Like all good athletes I had a weekly training plan which fitted in around home, family and work commitments and included the essential rest days. It was made up bike, swim and run sessions along with core sessions in the gym. I was also on the May wave of The Six Pack Revolution to help keep my nutrition on point and push me harder with my core. The team knew what I was training for and were extremely supportive of me and the workouts they were posting were great motivators. By now the weather had perked up a bit, it was flaming hot to be honest, which brought the opposite problems to the start of the year with hydration and fuelling being key issues.

The day came for the Leeds ITU event. I was nervous to say the least and after all the good weather the temperature had dropped and led to fog over the lake in Roundhay Park where the swim was to take place. This meant that the swim was reduced to 750m rather than the planned 1500m. That was a blow to the cause for me as I had yet to swim a mile in an event and had only done it once as part of my training, even though I breathed a sigh of relief. The swim is my weak discipline. I can swim but can’t manage front crawl so I have to do breaststroke which makes me decidedly slower than most of the field but I pull some of it back in the bike and run sections. That is the beauty of triathlon, multi discipline and everyone has a weaker and stronger one. The event went well and things appeared to be coming together. The bike and run routes were through built up areas with the finish for the run being in Millennium Square in the centre of Leeds. It was great to be running through the suburbs with the kids giving you high 5’s and passing out jelly babies (VERY important fuel for triathletes….) and the atmosphere in central Leeds was incredible. Just as an aside I ran a personal best for 10k that day too.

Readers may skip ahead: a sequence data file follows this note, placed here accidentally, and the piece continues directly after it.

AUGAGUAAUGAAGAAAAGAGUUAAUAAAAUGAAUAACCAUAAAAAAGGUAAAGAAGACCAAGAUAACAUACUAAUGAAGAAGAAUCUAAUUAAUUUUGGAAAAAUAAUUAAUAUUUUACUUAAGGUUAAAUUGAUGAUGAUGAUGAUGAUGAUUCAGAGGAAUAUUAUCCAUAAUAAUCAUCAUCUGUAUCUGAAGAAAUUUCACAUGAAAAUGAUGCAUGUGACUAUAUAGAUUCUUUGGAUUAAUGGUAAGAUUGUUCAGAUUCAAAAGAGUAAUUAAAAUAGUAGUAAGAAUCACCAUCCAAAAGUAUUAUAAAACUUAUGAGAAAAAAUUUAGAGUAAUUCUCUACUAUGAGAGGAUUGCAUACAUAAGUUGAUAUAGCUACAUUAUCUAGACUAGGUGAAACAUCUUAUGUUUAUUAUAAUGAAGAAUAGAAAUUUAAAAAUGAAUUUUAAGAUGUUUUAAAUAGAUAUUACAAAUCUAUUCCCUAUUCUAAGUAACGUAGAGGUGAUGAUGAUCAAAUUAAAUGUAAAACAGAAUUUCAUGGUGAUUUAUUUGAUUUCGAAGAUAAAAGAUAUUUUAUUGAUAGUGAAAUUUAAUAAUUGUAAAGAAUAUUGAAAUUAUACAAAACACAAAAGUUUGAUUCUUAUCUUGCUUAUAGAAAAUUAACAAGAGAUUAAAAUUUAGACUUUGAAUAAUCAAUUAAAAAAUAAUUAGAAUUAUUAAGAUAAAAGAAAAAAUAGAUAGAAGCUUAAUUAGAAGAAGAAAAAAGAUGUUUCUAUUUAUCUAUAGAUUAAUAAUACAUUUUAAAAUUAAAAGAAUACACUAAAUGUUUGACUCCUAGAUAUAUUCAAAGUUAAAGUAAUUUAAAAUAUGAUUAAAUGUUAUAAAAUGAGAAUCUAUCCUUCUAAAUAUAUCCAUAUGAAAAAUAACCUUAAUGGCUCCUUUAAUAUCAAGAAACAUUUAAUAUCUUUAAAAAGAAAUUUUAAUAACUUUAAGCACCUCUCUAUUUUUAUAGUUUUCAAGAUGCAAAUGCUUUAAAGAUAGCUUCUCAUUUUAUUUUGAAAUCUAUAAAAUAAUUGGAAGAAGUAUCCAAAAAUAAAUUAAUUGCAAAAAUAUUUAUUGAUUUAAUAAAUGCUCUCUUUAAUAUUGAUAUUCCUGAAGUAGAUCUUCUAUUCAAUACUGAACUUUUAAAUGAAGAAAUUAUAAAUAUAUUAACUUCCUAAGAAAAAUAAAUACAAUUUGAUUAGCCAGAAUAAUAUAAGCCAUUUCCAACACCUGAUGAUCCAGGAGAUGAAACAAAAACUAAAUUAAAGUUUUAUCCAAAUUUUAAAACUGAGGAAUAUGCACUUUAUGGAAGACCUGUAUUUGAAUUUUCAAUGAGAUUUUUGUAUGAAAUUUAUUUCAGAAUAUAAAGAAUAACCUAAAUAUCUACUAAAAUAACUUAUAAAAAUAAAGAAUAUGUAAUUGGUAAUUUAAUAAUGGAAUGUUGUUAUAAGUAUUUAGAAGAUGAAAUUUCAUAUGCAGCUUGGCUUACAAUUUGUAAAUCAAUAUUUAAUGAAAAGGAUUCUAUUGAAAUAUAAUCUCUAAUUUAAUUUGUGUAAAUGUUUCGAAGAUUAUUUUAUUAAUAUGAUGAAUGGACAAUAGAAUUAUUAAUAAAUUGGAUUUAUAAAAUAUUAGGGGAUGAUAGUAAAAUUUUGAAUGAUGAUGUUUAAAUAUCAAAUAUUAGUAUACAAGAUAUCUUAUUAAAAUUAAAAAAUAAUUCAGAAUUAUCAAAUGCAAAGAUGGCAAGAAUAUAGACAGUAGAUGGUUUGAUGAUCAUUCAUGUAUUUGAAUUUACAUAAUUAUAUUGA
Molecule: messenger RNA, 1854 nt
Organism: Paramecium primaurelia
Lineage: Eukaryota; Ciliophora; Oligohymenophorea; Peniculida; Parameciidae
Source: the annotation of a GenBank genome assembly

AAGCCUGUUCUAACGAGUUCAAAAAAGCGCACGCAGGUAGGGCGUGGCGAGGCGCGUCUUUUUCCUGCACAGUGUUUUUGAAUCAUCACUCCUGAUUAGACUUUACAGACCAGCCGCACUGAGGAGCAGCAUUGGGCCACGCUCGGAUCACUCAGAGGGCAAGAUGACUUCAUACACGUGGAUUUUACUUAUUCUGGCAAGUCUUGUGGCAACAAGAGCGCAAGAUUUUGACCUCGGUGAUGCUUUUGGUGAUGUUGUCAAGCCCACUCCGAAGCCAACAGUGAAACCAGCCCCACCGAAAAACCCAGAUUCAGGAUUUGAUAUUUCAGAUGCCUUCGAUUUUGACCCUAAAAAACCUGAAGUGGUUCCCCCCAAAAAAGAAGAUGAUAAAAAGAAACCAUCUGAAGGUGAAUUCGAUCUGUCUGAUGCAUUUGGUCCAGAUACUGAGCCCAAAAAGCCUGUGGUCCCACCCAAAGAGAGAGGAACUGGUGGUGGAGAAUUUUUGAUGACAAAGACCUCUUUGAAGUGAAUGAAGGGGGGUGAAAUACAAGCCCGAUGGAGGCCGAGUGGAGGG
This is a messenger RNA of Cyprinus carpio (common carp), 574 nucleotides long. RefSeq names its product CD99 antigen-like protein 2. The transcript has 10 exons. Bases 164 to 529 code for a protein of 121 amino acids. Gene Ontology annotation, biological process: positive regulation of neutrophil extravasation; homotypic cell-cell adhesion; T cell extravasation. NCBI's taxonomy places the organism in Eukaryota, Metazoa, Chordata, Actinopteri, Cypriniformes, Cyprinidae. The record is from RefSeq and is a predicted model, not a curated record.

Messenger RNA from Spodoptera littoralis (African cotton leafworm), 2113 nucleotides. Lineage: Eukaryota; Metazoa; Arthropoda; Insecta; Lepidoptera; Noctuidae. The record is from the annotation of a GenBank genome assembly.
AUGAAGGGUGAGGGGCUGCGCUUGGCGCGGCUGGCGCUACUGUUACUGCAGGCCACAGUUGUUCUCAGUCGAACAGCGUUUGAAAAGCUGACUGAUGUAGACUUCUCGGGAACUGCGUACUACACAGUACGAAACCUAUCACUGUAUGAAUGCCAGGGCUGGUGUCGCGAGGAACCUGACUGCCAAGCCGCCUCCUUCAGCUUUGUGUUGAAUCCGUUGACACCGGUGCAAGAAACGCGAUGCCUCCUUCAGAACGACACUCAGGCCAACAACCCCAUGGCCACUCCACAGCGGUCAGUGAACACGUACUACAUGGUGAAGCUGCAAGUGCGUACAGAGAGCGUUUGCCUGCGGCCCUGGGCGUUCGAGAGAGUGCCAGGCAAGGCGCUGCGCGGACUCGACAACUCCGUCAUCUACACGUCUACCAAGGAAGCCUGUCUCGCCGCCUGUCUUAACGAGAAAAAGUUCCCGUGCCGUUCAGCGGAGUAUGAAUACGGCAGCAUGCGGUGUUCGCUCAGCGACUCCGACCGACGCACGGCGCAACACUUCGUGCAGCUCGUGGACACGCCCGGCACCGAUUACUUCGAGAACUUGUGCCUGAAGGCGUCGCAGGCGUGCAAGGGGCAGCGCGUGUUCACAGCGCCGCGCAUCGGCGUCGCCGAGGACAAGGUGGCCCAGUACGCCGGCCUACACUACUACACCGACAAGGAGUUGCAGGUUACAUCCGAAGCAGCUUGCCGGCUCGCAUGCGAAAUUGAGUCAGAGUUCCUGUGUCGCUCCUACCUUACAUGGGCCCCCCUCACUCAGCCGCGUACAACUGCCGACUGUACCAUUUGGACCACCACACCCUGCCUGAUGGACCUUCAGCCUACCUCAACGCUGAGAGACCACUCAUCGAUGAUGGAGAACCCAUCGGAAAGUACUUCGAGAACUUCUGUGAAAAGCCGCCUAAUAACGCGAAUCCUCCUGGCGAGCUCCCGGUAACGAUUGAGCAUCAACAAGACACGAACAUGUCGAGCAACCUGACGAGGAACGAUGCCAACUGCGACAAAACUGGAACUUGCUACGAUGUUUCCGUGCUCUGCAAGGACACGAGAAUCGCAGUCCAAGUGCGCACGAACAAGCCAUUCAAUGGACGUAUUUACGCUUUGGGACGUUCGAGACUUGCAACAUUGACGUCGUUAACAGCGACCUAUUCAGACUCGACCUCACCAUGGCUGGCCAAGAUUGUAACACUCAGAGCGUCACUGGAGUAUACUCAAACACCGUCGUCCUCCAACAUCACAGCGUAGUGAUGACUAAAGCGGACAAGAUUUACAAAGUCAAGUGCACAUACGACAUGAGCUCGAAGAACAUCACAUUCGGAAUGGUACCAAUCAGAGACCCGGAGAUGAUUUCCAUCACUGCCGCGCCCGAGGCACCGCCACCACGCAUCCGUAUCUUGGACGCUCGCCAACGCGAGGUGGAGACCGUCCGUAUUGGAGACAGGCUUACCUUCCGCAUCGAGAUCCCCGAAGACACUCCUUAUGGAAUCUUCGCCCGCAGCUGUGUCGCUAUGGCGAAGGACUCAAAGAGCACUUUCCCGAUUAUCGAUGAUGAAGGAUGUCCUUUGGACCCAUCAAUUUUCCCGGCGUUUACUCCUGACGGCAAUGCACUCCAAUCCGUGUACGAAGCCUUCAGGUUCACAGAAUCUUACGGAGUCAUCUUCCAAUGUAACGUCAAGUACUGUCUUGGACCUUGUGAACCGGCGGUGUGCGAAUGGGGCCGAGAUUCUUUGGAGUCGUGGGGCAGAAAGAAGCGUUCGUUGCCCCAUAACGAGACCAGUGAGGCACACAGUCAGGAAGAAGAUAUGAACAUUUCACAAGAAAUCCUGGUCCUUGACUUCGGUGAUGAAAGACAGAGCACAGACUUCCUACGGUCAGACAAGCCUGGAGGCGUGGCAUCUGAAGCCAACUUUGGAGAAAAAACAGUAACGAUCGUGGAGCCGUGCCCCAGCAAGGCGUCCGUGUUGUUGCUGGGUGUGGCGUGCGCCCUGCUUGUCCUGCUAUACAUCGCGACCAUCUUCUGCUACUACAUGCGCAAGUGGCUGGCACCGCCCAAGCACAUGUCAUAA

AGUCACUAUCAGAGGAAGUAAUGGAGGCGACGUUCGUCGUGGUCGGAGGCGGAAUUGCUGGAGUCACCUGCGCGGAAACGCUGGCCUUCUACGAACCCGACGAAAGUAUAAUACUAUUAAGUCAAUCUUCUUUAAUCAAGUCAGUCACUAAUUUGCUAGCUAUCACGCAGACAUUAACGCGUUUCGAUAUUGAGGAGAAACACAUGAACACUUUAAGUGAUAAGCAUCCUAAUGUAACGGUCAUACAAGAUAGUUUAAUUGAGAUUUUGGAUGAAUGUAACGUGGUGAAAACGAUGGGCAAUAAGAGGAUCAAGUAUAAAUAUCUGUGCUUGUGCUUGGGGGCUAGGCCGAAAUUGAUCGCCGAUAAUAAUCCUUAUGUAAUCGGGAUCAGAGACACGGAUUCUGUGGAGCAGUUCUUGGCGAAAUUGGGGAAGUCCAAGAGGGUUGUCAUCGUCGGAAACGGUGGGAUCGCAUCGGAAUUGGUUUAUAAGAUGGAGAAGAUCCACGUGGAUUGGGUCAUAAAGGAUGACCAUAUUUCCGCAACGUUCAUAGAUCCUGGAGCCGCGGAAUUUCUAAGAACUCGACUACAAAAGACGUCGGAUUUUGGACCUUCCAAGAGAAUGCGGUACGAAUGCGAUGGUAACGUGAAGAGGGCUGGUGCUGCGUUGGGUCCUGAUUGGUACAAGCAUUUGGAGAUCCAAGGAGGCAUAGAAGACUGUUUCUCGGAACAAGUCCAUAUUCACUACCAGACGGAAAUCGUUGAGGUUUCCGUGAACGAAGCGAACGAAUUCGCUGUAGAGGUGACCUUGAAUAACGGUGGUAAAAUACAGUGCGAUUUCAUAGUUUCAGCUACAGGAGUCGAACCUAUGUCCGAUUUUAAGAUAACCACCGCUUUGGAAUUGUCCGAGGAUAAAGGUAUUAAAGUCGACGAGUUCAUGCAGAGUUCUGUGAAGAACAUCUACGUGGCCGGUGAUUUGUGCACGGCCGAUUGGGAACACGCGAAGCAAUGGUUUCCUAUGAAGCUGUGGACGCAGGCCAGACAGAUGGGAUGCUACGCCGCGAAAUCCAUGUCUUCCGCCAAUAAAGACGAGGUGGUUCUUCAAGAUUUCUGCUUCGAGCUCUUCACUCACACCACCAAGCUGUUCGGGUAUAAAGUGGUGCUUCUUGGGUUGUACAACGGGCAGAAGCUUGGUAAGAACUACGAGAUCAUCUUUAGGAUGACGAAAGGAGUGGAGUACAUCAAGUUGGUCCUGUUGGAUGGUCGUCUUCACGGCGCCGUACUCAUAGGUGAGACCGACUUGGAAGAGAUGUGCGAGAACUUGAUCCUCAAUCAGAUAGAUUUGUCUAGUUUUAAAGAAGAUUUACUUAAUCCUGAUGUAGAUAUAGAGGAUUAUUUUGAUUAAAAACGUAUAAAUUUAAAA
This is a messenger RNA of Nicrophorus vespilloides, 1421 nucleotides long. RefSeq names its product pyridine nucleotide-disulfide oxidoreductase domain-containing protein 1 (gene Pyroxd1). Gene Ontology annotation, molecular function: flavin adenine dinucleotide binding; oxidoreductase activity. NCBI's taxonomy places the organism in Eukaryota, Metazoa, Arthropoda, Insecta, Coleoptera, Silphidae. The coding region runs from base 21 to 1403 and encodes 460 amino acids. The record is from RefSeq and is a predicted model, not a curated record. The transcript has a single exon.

That event saw a turning point in my training. The demons in my head had been telling me that I couldn’t do it and should give it up as a bad job but I knew I was registered for the event and wasn’t going to pull out so I had to pull on my big boy tri suit and get the F*** on with it. The buzz from the event led to me extending my training sessions and looking for another event to do before the big one so I booked on the Castle Howard one 5 weeks later. In the meantime my 14 year old son had been doing a bit of training with me and was asking about junior triathlons. I looked at Castle Howard and there was an event for him on the Saturday as I did mine on the Sunday. I asked him and he said he wanted to do it. Oh boy, thought I, this is all starting to get a bit real. Me inspiring my son…. can’t back out now then can I??

Training continued to the weekly plans. I would only plan a week in advance as I could never guarantee what would happen domestically or with work that I may have to fit around. Before I knew it it was the middle of July and time for Castle Howard. I had been through transitions with my son in the hope that it would all fall together and it did. He swam well, rode as well as he could and ran his little heart out. I was so proud of him I nearly burst. It was my turn the following day and that was a different ball game.